36. Hyde-Weldon Amendment (1) None of the funds made available in this Act [the federal Health and Human Services appropriations bill for Fiscal Year 2005] may be made available to a Federal agency or program, or to a State or local government, if such agency, program, or government subjects any institutional or individual health care entity to discrimination on the basis that the health care entity does not provide, pay for, provide coverage of, or refer for abortions.

37. Title VII of the Civil Rights Act of 1964 SEC. 2000e-2. [Section 703] (a) It shall be an unlawful employment practice for an employer - (1) to fail or refuse to hire or to discharge any individual, or otherwise to discriminate against any individual with respect to his compensation, terms, conditions, or privileges of employment, because of such individual's race, color, religion, sex, or national origin; or

38. AMA Position Statement (2) no physician of other professional personnel shall be required to perform an act violative of good medical judgment. Neither physician, hospital, nor hospital personnel shall be required to perform any act violative of personally held moral principles. In these circumstances, good medical practice requires only that the physician or other professional withdraw from the case, so long as the withdrawal is consistent with good medical practice.

39. Oregon State Statute: Unprofessional Conduct “any conduct or practice which does or might constitute a danger to the health or safety of a patient” 677.188 (4) a

40. Legal Conflicts Univocal Litigation is strictly against health care professionals who can be classified as practicing Christians

41. Why Look at Pharmacy? Principle of reproductive access held by litigants applies to practice of all health care professionals Defendants predicate their positions on commonly held principles Pharmacy case law applied to litigation against other health care professionals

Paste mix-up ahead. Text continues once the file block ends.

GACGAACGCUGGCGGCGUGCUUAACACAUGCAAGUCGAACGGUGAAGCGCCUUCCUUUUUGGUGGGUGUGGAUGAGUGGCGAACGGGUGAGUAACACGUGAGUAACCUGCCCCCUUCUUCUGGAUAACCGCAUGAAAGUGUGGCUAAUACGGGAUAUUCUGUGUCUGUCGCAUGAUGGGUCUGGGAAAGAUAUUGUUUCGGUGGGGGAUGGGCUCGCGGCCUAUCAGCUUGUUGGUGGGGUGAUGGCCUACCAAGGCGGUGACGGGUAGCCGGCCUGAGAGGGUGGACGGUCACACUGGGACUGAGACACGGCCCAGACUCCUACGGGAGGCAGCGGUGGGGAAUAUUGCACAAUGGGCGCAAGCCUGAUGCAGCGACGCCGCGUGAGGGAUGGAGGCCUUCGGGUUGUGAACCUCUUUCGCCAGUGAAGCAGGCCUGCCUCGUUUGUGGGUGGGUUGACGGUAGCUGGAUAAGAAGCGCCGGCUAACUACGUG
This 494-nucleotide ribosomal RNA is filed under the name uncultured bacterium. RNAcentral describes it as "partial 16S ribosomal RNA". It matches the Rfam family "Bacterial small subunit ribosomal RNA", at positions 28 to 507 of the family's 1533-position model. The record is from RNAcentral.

42. Litigation Sample Karen Brauer v K-Mart Case of Paula Koch Neil Noesen v State of Wisconsin Pharmacy Board Ethan Vandersand v Wal-Mart Stormans v Washington State Board of Pharmacy

43. Noesen v State of Wisconsin Pharmacy Board Notified and fully disclosed to contractor K-Mart’, of conscientious objection “to participating in the work of contraception.” Arranged alternative at site but not in writing Refused to refill and declined to transfer Perceived by patient and employees as belligerent

44. Immediate Material Cooperation Immediate material cooperation occurs when the cooperator participates in circumstances that are essential to the commission of an act, such that the act could not occur without this participation. Immediate material cooperation in intrinsically evil actions is morally illicit.

45. Ruling against Noesen failed to inform his employer that he would not transfer a prescription for oral contraceptives based upon his conscientious objection by failed to provide the patient with information pertaining to her options for obtaining a refill of her prescriptions.

46. Judge Baird’s Ruling “the standard of care ordinarily exercised by a pharmacist requires that a pharmacist who exercises a conscientious objection to the dispensing of a prescription must ensure that there is an alternative mechanism for the patient to receive his or her medication including informing the patient of their [sic] options to obtain their prescription.